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Future Trends: Advancements of Blockchain in 2020

The concept of a blockchain has been around for quite a few years now, but the only large-scale application of it to date has been to support cryptocurrencies. There is a very good reason for this - and it is all about the money, as it so often is. An entire industry has developed to allow for holding, trading, settling, clearing and discovering the price of 1000s of different cryptocurrencies.

In a simple Bitcoin transaction, for example, one person buys, and one person sells. This transaction is called “peer to peer” and is said to be executed in an untrusted network, where nobody knows who anyone is, let alone knowing if they are fraudulent or not. The main part of the blockchain technology is to allow this transaction to proceed securely and safely in an untrusted network. Clever stuff!!

The whole premise is based upon complex cryptographic algorithms that validation agents (called miners) use to determine and announce that the transaction is good. The miners do this as they get paid by those making the transaction, so everybody wins.


Blockchain 1.0

What I have described above is what has been termed Blockchain 1.0 and was the first iteration of blockchain. It is what the Bitcoin blockchain uses today.

Some clever bods realised that there is so much more that can be done with this technology than just sending money or value around. When you buy something, you pay money or tokens and get something in return. Blockchain 1.0 takes care of the money side of the transaction very nicely but does not go near the delivery of the actual goods or services you have bought.

What if you paid for them and then the seller runs away before signing the goods over to you?

Or what if you take ownership of the goods and never pay?

The solution used today relies on an implicitly trusted central entity to act as an escrow agent to make sure both parties play nicely.

How do know you can trust the escrow agent?

Well, the short answer is you don’t! The solution to this has come in the form of Smart Contracts, which run on Blockchain 2.0.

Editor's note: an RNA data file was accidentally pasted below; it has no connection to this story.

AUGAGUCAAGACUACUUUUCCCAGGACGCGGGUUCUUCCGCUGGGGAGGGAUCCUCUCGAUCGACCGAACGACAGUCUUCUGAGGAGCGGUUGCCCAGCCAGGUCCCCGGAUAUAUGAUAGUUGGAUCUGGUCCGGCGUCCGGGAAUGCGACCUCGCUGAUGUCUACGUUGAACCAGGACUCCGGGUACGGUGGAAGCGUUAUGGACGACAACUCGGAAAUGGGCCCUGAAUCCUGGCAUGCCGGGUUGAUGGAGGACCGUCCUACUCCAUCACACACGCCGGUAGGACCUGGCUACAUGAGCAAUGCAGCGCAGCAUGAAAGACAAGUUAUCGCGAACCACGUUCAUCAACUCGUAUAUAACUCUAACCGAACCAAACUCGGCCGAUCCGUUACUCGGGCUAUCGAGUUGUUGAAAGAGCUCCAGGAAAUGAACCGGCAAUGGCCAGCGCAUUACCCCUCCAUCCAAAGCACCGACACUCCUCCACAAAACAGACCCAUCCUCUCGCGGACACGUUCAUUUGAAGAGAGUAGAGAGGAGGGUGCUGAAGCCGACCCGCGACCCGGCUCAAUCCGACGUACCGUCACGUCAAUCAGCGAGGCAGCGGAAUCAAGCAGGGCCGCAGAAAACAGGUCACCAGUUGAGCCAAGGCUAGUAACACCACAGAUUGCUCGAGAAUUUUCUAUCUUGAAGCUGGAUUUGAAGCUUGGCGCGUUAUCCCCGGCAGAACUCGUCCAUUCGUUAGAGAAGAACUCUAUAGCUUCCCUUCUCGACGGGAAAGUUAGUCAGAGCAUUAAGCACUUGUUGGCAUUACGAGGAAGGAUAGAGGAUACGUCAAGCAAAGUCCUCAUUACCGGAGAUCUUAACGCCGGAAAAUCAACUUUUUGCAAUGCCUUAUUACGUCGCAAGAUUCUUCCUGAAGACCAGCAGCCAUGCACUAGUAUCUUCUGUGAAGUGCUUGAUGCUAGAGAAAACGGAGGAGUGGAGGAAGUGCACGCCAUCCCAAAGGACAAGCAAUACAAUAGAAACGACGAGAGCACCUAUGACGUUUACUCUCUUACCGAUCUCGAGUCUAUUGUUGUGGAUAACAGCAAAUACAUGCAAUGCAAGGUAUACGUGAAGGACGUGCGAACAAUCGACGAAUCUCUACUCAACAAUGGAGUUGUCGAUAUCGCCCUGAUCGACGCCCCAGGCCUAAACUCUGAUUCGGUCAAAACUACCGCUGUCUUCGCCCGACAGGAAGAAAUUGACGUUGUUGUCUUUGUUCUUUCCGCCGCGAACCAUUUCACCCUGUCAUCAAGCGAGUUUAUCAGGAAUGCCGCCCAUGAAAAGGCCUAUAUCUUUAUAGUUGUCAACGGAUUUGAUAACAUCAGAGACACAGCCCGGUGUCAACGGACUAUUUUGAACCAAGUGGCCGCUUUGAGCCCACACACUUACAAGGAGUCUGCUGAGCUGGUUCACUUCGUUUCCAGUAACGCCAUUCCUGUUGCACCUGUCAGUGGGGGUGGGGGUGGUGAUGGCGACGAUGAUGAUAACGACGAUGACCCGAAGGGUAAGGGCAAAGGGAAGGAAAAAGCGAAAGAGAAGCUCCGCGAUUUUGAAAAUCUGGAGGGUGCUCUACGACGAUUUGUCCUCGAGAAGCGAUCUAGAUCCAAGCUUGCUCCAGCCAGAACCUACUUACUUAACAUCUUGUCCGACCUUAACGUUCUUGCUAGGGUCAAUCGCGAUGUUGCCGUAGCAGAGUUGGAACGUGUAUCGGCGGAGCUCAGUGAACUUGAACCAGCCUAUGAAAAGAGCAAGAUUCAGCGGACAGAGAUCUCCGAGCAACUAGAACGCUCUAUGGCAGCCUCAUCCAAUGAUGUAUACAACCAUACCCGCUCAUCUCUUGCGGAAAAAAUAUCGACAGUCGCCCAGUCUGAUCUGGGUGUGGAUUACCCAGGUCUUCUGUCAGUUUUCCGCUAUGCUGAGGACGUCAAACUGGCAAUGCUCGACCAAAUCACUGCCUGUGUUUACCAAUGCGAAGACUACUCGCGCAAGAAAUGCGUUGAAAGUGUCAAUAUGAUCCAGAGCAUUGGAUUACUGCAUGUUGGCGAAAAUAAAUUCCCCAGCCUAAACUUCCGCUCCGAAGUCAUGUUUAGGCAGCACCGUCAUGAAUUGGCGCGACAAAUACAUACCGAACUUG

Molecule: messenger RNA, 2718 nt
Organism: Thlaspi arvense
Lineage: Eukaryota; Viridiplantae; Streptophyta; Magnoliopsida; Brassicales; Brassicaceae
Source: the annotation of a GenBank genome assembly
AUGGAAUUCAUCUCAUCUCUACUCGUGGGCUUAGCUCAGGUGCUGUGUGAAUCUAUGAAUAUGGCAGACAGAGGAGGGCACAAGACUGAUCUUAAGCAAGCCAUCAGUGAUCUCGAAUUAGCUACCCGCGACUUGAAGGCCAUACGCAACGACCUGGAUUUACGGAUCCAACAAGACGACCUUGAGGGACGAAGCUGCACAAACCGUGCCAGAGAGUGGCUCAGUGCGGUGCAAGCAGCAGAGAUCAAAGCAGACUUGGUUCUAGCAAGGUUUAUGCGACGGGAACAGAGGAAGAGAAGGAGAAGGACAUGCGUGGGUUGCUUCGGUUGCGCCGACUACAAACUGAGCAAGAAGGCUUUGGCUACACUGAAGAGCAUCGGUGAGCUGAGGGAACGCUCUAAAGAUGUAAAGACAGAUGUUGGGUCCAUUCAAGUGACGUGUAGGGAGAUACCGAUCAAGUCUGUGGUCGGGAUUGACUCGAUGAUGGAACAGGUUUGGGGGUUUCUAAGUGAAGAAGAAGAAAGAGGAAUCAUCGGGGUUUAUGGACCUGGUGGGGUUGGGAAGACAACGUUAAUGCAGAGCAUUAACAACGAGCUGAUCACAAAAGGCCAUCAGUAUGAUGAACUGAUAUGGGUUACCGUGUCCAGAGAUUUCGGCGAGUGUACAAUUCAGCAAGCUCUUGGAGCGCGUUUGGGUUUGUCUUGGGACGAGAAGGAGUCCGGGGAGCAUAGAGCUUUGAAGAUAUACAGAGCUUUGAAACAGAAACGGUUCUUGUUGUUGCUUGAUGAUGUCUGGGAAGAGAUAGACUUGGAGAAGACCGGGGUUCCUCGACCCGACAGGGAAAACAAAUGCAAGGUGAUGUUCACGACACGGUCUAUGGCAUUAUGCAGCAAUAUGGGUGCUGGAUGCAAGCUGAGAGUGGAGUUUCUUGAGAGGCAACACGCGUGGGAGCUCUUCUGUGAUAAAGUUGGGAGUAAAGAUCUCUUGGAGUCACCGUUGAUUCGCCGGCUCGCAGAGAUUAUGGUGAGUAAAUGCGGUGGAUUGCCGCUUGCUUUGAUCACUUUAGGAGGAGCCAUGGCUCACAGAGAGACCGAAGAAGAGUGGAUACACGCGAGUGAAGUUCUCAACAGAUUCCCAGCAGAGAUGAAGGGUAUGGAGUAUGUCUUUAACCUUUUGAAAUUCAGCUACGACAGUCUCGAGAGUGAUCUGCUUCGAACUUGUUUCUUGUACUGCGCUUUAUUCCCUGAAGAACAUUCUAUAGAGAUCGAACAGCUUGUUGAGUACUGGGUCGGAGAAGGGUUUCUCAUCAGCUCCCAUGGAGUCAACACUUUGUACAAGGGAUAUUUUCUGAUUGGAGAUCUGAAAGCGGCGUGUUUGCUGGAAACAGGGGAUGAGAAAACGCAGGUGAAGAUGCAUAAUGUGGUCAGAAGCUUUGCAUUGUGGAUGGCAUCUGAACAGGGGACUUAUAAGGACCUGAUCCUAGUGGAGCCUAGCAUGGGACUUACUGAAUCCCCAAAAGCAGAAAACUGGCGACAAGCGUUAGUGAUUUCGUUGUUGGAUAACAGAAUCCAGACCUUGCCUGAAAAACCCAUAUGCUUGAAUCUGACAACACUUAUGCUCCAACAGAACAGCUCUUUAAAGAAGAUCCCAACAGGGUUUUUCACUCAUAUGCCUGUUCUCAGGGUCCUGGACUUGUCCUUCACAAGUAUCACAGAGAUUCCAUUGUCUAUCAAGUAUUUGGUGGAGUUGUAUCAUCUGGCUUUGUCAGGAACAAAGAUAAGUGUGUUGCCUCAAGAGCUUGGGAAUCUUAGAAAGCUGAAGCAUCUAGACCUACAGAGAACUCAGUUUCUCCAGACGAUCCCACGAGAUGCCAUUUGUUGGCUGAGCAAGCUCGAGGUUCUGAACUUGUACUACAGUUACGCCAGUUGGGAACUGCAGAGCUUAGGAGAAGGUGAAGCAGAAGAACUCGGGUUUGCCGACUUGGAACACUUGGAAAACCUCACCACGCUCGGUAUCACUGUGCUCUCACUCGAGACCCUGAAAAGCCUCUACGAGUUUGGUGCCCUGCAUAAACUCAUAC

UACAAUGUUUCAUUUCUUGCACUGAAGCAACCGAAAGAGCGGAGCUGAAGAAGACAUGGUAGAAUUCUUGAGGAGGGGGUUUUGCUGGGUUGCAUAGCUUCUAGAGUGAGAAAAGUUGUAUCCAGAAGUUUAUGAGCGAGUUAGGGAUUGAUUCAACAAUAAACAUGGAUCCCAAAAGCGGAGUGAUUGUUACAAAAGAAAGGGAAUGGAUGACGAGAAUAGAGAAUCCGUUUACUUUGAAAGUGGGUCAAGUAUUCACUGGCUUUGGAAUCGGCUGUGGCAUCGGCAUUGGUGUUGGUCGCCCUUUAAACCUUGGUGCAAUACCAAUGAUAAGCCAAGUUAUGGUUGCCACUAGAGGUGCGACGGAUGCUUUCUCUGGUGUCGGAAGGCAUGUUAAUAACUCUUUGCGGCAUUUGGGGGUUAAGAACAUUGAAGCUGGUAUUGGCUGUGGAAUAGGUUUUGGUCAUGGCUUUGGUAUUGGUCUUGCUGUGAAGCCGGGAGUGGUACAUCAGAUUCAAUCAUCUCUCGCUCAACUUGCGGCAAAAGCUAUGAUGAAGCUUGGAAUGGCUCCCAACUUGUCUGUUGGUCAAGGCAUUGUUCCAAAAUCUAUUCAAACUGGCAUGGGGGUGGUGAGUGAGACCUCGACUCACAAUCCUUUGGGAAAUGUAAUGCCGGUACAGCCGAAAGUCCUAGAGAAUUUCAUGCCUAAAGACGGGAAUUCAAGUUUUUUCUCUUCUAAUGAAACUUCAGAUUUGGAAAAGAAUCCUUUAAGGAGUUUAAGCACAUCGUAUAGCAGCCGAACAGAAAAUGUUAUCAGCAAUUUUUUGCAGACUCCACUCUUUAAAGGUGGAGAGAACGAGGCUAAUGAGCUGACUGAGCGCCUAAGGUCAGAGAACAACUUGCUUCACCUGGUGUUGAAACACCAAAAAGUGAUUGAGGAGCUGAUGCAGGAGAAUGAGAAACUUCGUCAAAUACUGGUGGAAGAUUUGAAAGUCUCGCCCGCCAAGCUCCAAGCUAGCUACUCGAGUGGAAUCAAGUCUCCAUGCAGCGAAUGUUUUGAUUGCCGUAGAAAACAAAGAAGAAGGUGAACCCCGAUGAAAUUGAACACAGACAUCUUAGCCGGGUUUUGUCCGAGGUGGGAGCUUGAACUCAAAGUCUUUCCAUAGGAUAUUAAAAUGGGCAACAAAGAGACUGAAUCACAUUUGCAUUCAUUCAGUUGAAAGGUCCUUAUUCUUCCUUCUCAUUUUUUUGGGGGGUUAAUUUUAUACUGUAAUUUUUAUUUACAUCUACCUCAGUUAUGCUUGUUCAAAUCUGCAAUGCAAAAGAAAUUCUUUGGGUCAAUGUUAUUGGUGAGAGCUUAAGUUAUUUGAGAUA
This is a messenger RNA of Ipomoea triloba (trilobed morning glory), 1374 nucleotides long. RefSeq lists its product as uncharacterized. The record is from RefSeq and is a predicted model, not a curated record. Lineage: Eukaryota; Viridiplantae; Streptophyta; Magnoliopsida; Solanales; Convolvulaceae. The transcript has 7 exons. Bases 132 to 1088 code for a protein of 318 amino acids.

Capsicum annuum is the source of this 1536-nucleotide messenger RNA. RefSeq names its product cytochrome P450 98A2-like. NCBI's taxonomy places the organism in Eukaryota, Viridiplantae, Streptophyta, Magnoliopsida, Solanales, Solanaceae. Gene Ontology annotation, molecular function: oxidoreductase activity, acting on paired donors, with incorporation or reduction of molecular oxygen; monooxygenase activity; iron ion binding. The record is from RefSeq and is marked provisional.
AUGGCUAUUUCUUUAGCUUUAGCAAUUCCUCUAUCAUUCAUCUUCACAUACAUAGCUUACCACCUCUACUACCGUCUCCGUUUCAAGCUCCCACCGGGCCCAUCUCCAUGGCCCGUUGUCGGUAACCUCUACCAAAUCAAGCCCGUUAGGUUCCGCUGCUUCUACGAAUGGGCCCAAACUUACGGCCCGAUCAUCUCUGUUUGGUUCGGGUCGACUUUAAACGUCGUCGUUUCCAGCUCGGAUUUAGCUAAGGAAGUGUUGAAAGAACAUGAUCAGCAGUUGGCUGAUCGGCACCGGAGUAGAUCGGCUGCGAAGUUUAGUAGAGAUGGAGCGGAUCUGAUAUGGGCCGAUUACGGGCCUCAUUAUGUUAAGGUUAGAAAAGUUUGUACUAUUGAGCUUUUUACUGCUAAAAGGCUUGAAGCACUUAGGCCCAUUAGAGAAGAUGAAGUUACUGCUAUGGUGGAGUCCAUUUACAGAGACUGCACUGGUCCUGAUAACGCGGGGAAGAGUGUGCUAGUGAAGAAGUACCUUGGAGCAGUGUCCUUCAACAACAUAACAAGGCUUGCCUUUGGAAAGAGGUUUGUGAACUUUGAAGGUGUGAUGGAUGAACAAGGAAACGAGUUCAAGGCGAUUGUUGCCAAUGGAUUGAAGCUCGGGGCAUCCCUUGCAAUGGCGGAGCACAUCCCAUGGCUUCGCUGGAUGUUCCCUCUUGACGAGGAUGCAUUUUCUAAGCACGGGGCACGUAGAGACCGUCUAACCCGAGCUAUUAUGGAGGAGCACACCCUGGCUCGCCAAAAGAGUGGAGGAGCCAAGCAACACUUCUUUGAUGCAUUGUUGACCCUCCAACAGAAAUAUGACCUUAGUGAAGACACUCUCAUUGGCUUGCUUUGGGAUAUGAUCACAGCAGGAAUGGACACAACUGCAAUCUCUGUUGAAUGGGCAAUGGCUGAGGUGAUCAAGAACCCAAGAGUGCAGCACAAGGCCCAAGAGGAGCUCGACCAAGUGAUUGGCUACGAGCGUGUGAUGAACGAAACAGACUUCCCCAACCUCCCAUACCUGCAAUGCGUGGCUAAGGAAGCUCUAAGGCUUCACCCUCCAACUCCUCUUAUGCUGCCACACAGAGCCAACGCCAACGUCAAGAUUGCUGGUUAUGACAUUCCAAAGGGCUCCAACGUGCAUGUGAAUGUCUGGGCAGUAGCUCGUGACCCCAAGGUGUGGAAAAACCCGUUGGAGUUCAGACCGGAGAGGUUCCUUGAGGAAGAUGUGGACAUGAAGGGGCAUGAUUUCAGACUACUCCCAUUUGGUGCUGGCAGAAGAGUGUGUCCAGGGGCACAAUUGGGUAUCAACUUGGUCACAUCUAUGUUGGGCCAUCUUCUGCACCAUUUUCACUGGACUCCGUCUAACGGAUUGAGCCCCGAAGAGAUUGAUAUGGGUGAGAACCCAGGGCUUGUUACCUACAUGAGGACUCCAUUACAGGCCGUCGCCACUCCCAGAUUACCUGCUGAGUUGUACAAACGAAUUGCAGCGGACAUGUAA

Blockchain 2.0

Smart Contracts are a simple idea, but a very, very powerful one. Imagine you write a contract that says:

‘If you pay me a set amount of money, I agree that you own my house.’

What needs to happen is called an “atomic” transaction. Either both the house and the money change hands or neither. A Smart Contract is a digital way of representing these two parts of the contract and Blockchain 2.0 ensures the atomic nature of the transaction is observed.

The first blockchains that were released to support Bitcoin, for example, do not natively support Smart Contracts, and so newer blockchains, such as Ethereum, are used instead. Many transactions are, however, much more complicated with not two components, but many. These multiple components involved in the complete transaction could also be located in different places in the world, just to complicate matters. What was needed was a system to create an atomic transaction with more than 2 components that could be located anywhere, and hence the birth of Blockchain 3.0.


Blockchain 3.0

If you thought that Smart Contracts were clever, then distributed applications (known as DApss) will knock your socks off!

The main blockchain technologies powering DApss today use Ethereum, EOS and Tron, but the number of production applications and the number of actual end-users are still very small. The scope for DAapps is enormous, as it encompasses not just the financial industry, but every industry.



Future Trends of Blockchain:

Garner’s Hype Curve above applies very nicely here, and I believe we are just starting on the upward “Slope of Enlightenment” curve and will see real-world uses in the next 2-3 years. Blockchain 1.0 did not fundamentally change the world, but DApps like DeFi (Decentralised Finance) on Blockchain 3.0 may well just.


Tom Higgins, CEO, Gold-i


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About the author

Tom Higgins

Tom Higgins

Tom Higgins is the Founder and CEO of Gold-i with experience in financial technology spanning over 25 years. With an in-depth knowledge of the trading technology industry, Tom set up Gold-i in 2008 after spotting a gap in the market to enhance the FX trading process for retail brokers. As the inspiration and driving force behind Gold-i, Tom has played a major role in disrupting the retail FX and Crypto market, giving opportunities to brokers/exchanges across the globe. Now extending the firm’s focus to the institutional market, he uses his market insight to continue to drive innovation.